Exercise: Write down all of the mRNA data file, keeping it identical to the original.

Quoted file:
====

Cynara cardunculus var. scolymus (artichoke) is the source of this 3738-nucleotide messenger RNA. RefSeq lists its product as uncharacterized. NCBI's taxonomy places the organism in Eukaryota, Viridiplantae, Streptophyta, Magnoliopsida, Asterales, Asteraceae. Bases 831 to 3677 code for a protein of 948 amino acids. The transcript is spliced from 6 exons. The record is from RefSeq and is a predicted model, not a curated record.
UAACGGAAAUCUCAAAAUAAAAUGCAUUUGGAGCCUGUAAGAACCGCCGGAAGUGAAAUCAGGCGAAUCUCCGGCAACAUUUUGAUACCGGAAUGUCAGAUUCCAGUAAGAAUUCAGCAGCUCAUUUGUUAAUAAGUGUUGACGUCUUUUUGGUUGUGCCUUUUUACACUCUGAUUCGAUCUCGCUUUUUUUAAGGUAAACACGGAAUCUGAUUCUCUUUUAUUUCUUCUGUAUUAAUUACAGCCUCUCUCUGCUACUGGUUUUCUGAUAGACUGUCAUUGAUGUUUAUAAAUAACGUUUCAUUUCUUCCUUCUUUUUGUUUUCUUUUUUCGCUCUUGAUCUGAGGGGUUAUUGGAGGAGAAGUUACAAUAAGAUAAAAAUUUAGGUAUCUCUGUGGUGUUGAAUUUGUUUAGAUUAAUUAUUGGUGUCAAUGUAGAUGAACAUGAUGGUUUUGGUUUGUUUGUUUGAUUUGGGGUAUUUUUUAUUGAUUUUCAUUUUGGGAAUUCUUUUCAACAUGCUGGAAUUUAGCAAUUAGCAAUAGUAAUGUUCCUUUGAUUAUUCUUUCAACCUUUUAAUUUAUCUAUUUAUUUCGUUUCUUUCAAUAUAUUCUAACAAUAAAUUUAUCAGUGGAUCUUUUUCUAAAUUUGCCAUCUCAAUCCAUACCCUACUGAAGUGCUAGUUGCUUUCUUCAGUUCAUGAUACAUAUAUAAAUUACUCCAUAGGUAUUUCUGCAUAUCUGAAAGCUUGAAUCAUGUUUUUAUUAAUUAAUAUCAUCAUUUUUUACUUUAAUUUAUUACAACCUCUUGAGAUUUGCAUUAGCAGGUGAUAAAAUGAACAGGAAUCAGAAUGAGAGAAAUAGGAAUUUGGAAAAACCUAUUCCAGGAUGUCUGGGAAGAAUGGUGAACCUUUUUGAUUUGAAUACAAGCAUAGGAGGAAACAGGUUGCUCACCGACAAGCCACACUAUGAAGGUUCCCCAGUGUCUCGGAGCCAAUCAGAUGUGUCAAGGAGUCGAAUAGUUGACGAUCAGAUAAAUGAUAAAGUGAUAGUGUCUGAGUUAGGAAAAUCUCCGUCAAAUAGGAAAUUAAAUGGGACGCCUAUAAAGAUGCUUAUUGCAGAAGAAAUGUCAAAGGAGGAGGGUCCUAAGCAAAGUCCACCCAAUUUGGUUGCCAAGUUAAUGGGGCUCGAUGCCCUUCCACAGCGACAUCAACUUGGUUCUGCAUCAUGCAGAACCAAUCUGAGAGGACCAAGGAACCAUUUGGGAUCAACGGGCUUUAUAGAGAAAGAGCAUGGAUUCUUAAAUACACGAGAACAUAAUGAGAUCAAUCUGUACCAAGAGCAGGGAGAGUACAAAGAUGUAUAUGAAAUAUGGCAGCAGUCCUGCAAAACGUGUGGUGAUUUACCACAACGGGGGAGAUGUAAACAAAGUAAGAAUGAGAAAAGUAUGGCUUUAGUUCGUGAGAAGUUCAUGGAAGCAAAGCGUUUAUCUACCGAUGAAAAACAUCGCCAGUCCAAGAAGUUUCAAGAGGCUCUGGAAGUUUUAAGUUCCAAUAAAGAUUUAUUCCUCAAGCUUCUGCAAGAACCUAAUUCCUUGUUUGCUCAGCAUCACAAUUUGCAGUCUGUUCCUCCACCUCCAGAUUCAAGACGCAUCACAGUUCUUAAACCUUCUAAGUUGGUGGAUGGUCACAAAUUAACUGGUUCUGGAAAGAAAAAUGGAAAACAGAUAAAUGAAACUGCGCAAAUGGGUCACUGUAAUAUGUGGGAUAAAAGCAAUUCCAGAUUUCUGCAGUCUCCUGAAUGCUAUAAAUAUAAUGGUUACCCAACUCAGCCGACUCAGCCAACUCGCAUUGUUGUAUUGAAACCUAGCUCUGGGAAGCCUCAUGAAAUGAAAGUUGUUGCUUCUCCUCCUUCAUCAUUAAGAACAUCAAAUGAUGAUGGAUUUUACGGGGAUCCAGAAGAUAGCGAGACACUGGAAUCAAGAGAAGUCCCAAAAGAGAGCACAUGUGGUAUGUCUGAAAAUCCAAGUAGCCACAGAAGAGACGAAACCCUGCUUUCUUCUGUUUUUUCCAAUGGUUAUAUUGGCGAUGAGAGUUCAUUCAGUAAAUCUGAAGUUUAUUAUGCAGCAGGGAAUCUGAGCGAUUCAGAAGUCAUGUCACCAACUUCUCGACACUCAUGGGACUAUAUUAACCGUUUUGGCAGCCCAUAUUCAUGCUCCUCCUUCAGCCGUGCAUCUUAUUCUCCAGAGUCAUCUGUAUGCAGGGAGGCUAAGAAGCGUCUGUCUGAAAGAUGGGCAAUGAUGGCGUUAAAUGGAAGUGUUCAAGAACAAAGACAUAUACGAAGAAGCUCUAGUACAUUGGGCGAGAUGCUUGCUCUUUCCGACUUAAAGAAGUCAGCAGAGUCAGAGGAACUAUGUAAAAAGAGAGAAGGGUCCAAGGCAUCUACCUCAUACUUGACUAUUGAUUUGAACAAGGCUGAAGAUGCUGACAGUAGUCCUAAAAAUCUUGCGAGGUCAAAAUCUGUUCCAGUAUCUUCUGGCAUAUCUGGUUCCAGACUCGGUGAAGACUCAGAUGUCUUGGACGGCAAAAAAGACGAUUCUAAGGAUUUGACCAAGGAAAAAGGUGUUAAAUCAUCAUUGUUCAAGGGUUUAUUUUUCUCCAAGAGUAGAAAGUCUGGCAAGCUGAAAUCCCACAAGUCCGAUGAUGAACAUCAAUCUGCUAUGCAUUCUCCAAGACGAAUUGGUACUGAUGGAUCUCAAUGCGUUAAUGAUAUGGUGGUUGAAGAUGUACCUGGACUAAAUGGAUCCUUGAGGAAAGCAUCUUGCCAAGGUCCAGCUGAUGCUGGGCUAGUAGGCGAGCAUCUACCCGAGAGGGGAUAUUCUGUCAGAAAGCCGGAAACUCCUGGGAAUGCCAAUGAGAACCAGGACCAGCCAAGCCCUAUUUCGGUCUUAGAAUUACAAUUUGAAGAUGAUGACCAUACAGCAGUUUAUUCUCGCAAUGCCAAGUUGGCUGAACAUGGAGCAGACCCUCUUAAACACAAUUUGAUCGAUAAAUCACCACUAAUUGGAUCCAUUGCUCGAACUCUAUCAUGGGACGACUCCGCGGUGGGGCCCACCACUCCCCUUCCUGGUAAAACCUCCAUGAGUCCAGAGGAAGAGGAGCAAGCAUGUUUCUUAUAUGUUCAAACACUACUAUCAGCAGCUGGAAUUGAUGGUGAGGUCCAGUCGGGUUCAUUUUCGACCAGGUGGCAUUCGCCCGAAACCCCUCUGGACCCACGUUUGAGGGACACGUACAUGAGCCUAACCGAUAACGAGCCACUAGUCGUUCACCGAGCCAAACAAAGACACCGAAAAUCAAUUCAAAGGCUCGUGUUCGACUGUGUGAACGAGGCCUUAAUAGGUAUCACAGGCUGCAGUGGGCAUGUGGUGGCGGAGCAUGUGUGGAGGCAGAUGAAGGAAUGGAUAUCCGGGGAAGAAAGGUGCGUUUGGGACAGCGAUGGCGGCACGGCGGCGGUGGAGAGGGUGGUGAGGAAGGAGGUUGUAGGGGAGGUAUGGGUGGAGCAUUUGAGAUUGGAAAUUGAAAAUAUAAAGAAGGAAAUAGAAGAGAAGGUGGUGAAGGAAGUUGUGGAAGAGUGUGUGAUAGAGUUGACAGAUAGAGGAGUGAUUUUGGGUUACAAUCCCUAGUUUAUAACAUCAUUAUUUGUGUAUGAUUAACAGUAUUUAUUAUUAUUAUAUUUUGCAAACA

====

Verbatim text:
Cynara cardunculus var. scolymus (artichoke) is the source of this 3738-nucleotide messenger RNA. RefSeq lists its product as uncharacterized. NCBI's taxonomy places the organism in Eukaryota, Viridiplantae, Streptophyta, Magnoliopsida, Asterales, Asteraceae. Bases 831 to 3677 code for a protein of 948 amino acids. The transcript is spliced from 6 exons. The record is from RefSeq and is a predicted model, not a curated record.
UAACGGAAAUCUCAAAAUAAAAUGCAUUUGGAGCCUGUAAGAACCGCCGGAAGUGAAAUCAGGCGAAUCUCCGGCAACAUUUUGAUACCGGAAUGUCAGAUUCCAGUAAGAAUUCAGCAGCUCAUUUGUUAAUAAGUGUUGACGUCUUUUUGGUUGUGCCUUUUUACACUCUGAUUCGAUCUCGCUUUUUUUAAGGUAAACACGGAAUCUGAUUCUCUUUUAUUUCUUCUGUAUUAAUUACAGCCUCUCUCUGCUACUGGUUUUCUGAUAGACUGUCAUUGAUGUUUAUAAAUAACGUUUCAUUUCUUCCUUCUUUUUGUUUUCUUUUUUCGCUCUUGAUCUGAGGGGUUAUUGGAGGAGAAGUUACAAUAAGAUAAAAAUUUAGGUAUCUCUGUGGUGUUGAAUUUGUUUAGAUUAAUUAUUGGUGUCAAUGUAGAUGAACAUGAUGGUUUUGGUUUGUUUGUUUGAUUUGGGGUAUUUUUUAUUGAUUUUCAUUUUGGGAAUUCUUUUCAACAUGCUGGAAUUUAGCAAUUAGCAAUAGUAAUGUUCCUUUGAUUAUUCUUUCAACCUUUUAAUUUAUCUAUUUAUUUCGUUUCUUUCAAUAUAUUCUAACAAUAAAUUUAUCAGUGGAUCUUUUUCUAAAUUUGCCAUCUCAAUCCAUACCCUACUGAAGUGCUAGUUGCUUUCUUCAGUUCAUGAUACAUAUAUAAAUUACUCCAUAGGUAUUUCUGCAUAUCUGAAAGCUUGAAUCAUGUUUUUAUUAAUUAAUAUCAUCAUUUUUUACUUUAAUUUAUUACAACCUCUUGAGAUUUGCAUUAGCAGGUGAUAAAAUGAACAGGAAUCAGAAUGAGAGAAAUAGGAAUUUGGAAAAACCUAUUCCAGGAUGUCUGGGAAGAAUGGUGAACCUUUUUGAUUUGAAUACAAGCAUAGGAGGAAACAGGUUGCUCACCGACAAGCCACACUAUGAAGGUUCCCCAGUGUCUCGGAGCCAAUCAGAUGUGUCAAGGAGUCGAAUAGUUGACGAUCAGAUAAAUGAUAAAGUGAUAGUGUCUGAGUUAGGAAAAUCUCCGUCAAAUAGGAAAUUAAAUGGGACGCCUAUAAAGAUGCUUAUUGCAGAAGAAAUGUCAAAGGAGGAGGGUCCUAAGCAAAGUCCACCCAAUUUGGUUGCCAAGUUAAUGGGGCUCGAUGCCCUUCCACAGCGACAUCAACUUGGUUCUGCAUCAUGCAGAACCAAUCUGAGAGGACCAAGGAACCAUUUGGGAUCAACGGGCUUUAUAGAGAAAGAGCAUGGAUUCUUAAAUACACGAGAACAUAAUGAGAUCAAUCUGUACCAAGAGCAGGGAGAGUACAAAGAUGUAUAUGAAAUAUGGCAGCAGUCCUGCAAAACGUGUGGUGAUUUACCACAACGGGGGAGAUGUAAACAAAGUAAGAAUGAGAAAAGUAUGGCUUUAGUUCGUGAGAAGUUCAUGGAAGCAAAGCGUUUAUCUACCGAUGAAAAACAUCGCCAGUCCAAGAAGUUUCAAGAGGCUCUGGAAGUUUUAAGUUCCAAUAAAGAUUUAUUCCUCAAGCUUCUGCAAGAACCUAAUUCCUUGUUUGCUCAGCAUCACAAUUUGCAGUCUGUUCCUCCACCUCCAGAUUCAAGACGCAUCACAGUUCUUAAACCUUCUAAGUUGGUGGAUGGUCACAAAUUAACUGGUUCUGGAAAGAAAAAUGGAAAACAGAUAAAUGAAACUGCGCAAAUGGGUCACUGUAAUAUGUGGGAUAAAAGCAAUUCCAGAUUUCUGCAGUCUCCUGAAUGCUAUAAAUAUAAUGGUUACCCAACUCAGCCGACUCAGCCAACUCGCAUUGUUGUAUUGAAACCUAGCUCUGGGAAGCCUCAUGAAAUGAAAGUUGUUGCUUCUCCUCCUUCAUCAUUAAGAACAUCAAAUGAUGAUGGAUUUUACGGGGAUCCAGAAGAUAGCGAGACACUGGAAUCAAGAGAAGUCCCAAAAGAGAGCACAUGUGGUAUGUCUGAAAAUCCAAGUAGCCACAGAAGAGACGAAACCCUGCUUUCUUCUGUUUUUUCCAAUGGUUAUAUUGGCGAUGAGAGUUCAUUCAGUAAAUCUGAAGUUUAUUAUGCAGCAGGGAAUCUGAGCGAUUCAGAAGUCAUGUCACCAACUUCUCGACACUCAUGGGACUAUAUUAACCGUUUUGGCAGCCCAUAUUCAUGCUCCUCCUUCAGCCGUGCAUCUUAUUCUCCAGAGUCAUCUGUAUGCAGGGAGGCUAAGAAGCGUCUGUCUGAAAGAUGGGCAAUGAUGGCGUUAAAUGGAAGUGUUCAAGAACAAAGACAUAUACGAAGAAGCUCUAGUACAUUGGGCGAGAUGCUUGCUCUUUCCGACUUAAAGAAGUCAGCAGAGUCAGAGGAACUAUGUAAAAAGAGAGAAGGGUCCAAGGCAUCUACCUCAUACUUGACUAUUGAUUUGAACAAGGCUGAAGAUGCUGACAGUAGUCCUAAAAAUCUUGCGAGGUCAAAAUCUGUUCCAGUAUCUUCUGGCAUAUCUGGUUCCAGACUCGGUGAAGACUCAGAUGUCUUGGACGGCAAAAAAGACGAUUCUAAGGAUUUGACCAAGGAAAAAGGUGUUAAAUCAUCAUUGUUCAAGGGUUUAUUUUUCUCCAAGAGUAGAAAGUCUGGCAAGCUGAAAUCCCACAAGUCCGAUGAUGAACAUCAAUCUGCUAUGCAUUCUCCAAGACGAAUUGGUACUGAUGGAUCUCAAUGCGUUAAUGAUAUGGUGGUUGAAGAUGUACCUGGACUAAAUGGAUCCUUGAGGAAAGCAUCUUGCCAAGGUCCAGCUGAUGCUGGGCUAGUAGGCGAGCAUCUACCCGAGAGGGGAUAUUCUGUCAGAAAGCCGGAAACUCCUGGGAAUGCCAAUGAGAACCAGGACCAGCCAAGCCCUAUUUCGGUCUUAGAAUUACAAUUUGAAGAUGAUGACCAUACAGCAGUUUAUUCUCGCAAUGCCAAGUUGGCUGAACAUGGAGCAGACCCUCUUAAACACAAUUUGAUCGAUAAAUCACCACUAAUUGGAUCCAUUGCUCGAACUCUAUCAUGGGACGACUCCGCGGUGGGGCCCACCACUCCCCUUCCUGGUAAAACCUCCAUGAGUCCAGAGGAAGAGGAGCAAGCAUGUUUCUUAUAUGUUCAAACACUACUAUCAGCAGCUGGAAUUGAUGGUGAGGUCCAGUCGGGUUCAUUUUCGACCAGGUGGCAUUCGCCCGAAACCCCUCUGGACCCACGUUUGAGGGACACGUACAUGAGCCUAACCGAUAACGAGCCACUAGUCGUUCACCGAGCCAAACAAAGACACCGAAAAUCAAUUCAAAGGCUCGUGUUCGACUGUGUGAACGAGGCCUUAAUAGGUAUCACAGGCUGCAGUGGGCAUGUGGUGGCGGAGCAUGUGUGGAGGCAGAUGAAGGAAUGGAUAUCCGGGGAAGAAAGGUGCGUUUGGGACAGCGAUGGCGGCACGGCGGCGGUGGAGAGGGUGGUGAGGAAGGAGGUUGUAGGGGAGGUAUGGGUGGAGCAUUUGAGAUUGGAAAUUGAAAAUAUAAAGAAGGAAAUAGAAGAGAAGGUGGUGAAGGAAGUUGUGGAAGAGUGUGUGAUAGAGUUGACAGAUAGAGGAGUGAUUUUGGGUUACAAUCCCUAGUUUAUAACAUCAUUAUUUGUGUAUGAUUAACAGUAUUUAUUAUUAUUAUAUUUUGCAAACA